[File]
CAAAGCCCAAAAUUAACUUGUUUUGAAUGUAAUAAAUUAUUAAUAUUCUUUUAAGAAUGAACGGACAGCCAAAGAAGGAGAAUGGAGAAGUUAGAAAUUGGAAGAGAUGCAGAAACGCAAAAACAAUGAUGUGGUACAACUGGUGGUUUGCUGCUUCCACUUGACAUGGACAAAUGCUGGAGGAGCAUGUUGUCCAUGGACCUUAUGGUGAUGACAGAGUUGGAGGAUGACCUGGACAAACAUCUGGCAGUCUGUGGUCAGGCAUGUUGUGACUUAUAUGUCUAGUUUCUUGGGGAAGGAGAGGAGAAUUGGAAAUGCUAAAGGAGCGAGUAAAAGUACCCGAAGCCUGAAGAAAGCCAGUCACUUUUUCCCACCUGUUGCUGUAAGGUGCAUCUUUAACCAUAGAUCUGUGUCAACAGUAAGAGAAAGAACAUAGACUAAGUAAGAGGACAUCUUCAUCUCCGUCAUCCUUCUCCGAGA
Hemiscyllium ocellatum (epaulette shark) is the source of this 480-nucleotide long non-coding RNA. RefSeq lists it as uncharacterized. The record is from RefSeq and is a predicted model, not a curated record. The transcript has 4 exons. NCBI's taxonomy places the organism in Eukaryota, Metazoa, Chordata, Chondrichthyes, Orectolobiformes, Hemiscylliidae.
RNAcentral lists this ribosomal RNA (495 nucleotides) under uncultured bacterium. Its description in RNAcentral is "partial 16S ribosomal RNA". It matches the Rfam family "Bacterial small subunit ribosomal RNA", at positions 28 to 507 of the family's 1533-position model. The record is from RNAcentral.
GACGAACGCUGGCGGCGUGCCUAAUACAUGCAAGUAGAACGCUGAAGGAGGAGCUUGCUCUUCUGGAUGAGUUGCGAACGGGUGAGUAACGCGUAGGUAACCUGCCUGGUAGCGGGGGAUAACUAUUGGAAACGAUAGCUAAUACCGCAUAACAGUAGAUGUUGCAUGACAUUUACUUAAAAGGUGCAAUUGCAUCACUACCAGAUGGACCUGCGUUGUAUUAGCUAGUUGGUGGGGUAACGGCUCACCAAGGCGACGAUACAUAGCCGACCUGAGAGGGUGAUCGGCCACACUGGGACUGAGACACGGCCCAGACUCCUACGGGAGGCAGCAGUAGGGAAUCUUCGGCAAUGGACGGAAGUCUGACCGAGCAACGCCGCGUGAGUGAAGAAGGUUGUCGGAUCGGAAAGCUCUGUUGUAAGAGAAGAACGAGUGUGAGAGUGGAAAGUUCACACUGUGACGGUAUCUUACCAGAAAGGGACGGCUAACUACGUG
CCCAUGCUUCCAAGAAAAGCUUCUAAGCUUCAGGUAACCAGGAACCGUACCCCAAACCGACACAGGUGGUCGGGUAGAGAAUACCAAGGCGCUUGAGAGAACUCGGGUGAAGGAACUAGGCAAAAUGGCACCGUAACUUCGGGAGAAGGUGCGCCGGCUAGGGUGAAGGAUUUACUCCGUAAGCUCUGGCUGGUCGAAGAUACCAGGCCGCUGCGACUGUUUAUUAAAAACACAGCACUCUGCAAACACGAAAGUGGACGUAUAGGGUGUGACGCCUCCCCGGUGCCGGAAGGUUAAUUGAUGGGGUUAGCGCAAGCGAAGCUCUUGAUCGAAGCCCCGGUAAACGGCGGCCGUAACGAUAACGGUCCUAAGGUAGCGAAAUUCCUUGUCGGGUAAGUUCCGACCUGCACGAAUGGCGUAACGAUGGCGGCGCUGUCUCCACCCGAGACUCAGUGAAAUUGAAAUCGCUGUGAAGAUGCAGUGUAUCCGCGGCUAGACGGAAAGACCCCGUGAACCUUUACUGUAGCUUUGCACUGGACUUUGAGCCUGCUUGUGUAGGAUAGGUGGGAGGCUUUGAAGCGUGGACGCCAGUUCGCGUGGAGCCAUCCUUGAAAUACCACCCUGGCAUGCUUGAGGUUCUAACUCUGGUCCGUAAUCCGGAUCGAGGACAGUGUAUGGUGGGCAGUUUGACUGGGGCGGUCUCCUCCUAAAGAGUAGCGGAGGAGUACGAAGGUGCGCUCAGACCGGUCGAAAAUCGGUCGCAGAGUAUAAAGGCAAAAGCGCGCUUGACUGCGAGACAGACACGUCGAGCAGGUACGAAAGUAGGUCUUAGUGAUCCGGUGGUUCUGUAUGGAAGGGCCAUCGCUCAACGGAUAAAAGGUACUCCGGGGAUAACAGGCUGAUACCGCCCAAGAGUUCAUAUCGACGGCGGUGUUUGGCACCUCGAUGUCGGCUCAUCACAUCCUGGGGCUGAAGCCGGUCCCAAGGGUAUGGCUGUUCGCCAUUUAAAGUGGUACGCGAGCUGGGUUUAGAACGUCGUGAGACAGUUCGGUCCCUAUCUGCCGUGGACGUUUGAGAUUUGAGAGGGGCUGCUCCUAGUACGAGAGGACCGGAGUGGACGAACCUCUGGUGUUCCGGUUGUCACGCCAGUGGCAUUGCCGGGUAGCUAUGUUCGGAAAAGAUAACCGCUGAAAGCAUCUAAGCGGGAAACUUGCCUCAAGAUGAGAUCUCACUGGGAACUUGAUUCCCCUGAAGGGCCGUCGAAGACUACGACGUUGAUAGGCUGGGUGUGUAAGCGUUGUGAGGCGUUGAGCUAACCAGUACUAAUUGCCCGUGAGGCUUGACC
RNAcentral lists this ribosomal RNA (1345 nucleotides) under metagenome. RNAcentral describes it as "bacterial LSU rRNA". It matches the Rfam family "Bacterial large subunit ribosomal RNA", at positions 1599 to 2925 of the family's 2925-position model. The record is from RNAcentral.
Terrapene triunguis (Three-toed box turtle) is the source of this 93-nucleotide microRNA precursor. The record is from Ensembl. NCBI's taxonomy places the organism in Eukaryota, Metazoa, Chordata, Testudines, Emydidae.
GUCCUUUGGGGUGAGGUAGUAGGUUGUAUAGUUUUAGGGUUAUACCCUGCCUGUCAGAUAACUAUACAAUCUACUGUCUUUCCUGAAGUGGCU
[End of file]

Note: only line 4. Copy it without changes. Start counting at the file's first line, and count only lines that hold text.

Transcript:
GACGAACGCUGGCGGCGUGCCUAAUACAUGCAAGUAGAACGCUGAAGGAGGAGCUUGCUCUUCUGGAUGAGUUGCGAACGGGUGAGUAACGCGUAGGUAACCUGCCUGGUAGCGGGGGAUAACUAUUGGAAACGAUAGCUAAUACCGCAUAACAGUAGAUGUUGCAUGACAUUUACUUAAAAGGUGCAAUUGCAUCACUACCAGAUGGACCUGCGUUGUAUUAGCUAGUUGGUGGGGUAACGGCUCACCAAGGCGACGAUACAUAGCCGACCUGAGAGGGUGAUCGGCCACACUGGGACUGAGACACGGCCCAGACUCCUACGGGAGGCAGCAGUAGGGAAUCUUCGGCAAUGGACGGAAGUCUGACCGAGCAACGCCGCGUGAGUGAAGAAGGUUGUCGGAUCGGAAAGCUCUGUUGUAAGAGAAGAACGAGUGUGAGAGUGGAAAGUUCACACUGUGACGGUAUCUUACCAGAAAGGGACGGCUAACUACGUG